The Scottish Police Federation (SPF) said it has been “inundated with complaints” over a new policy from Police Scotland that will require officers to be clean-shaven in order to wear protective masks.
Speaking to BBC Radio Scotland’s Good Morning Scotland programme on Friday, SPF general secretary David Kennedy said the plan has caused “considerable angst” among officers, adding he has “never seen so many complaints come in” during his time as a full-time official.
Police Scotland said the policy is being brought in to “protect those on the frontline” as wearing the FFP3 mask properly requires the face to be clean-shaven.
Mr Kennedy said the SPF, which represents rank-and-file officers, does not believe police would have to wear the masks often, which is the “root of the problem” which is “causing the angst for several police officers”.
Police Scotland said there will be exemptions to the clean-shaven rule on religious or medical grounds, but Mr Kennedy claimed no equality or human rights assessment has been carried out on the policy.
He said: “People would be facing misconduct if they didn’t shave. Some officers may have to shave twice a day for these masks to work.”
He said there has been no consultation on the policy as yet, and he believes Police Scotland will impose it.
Mr Kennedy added he hopes the force will revisit the policy, arguing there are “other health and safety issues” it should be focusing on.
Police Scotland said the policy will come into force in the next few weeks.
“Significant learning from the Covid pandemic identified that the FFP3 mask – which is face-fitted and requires users to be clean-shaven – offers the most appropriate and effective respiratory protection to officers and staff.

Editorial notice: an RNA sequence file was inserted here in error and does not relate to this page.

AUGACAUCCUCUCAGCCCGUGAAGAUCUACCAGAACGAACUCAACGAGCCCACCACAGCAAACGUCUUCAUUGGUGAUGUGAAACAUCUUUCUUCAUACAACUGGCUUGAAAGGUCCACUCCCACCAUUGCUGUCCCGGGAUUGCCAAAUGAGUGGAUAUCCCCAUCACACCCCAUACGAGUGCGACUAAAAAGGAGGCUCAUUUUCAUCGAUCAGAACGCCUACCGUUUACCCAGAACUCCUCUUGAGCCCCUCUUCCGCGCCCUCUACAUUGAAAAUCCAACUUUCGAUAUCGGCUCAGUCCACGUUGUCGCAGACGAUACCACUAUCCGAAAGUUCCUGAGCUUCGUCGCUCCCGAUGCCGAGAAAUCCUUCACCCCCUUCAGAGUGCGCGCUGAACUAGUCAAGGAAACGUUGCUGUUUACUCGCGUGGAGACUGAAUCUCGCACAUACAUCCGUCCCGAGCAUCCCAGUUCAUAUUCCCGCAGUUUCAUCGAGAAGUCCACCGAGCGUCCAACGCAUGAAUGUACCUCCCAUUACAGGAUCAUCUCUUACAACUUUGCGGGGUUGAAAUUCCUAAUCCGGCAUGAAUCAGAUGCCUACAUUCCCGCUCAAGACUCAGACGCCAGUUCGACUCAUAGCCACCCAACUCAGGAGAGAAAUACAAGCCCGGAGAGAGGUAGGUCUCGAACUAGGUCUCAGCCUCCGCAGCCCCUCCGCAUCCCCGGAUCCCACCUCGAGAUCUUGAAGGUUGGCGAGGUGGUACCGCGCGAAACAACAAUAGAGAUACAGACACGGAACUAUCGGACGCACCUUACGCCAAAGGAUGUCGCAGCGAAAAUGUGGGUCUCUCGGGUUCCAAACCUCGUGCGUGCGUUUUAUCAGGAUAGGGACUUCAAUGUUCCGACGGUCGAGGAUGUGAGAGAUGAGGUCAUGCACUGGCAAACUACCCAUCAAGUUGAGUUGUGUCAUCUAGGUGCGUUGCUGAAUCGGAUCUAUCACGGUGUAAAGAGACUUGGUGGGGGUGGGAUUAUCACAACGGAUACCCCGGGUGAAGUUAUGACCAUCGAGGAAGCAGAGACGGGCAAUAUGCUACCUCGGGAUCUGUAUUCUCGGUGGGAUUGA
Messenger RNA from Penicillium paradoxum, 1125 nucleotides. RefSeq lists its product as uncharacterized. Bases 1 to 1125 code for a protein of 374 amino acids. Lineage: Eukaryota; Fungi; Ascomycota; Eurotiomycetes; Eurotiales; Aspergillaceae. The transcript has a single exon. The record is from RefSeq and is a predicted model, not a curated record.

“While the risk from coronavirus has lowered, wider risks remain to those attending calls, such as fires, road accidents and chemical incidents which require PPE to be worn.
“The respiratory protective equipment policy mandates that, where it can be reasonably foreseen that an officer or member of staff will use an FFP3 mask in the course of their duties, they should be clean-shaven.
“The exception to this policy covers officers and staff who cannot shave for religious, cultural, disability or medical reasons. In these circumstances, Police Scotland is seeking to introduce an alternative type of respiratory protection.”
Later on Friday, the force said it would carry out a full consultation on the policy.
Mr Speirs added: “We understand the frustrations among those affected on the frontline, but the use of RPE is absolutely necessary to protect officers and staff from serious health risks.
“We are listening to a wide range of views on this matter and will undertake full consultation with all relevant staff associations ahead of implementation.
“A full human rights impact assessment is also being carried out as part of this process.”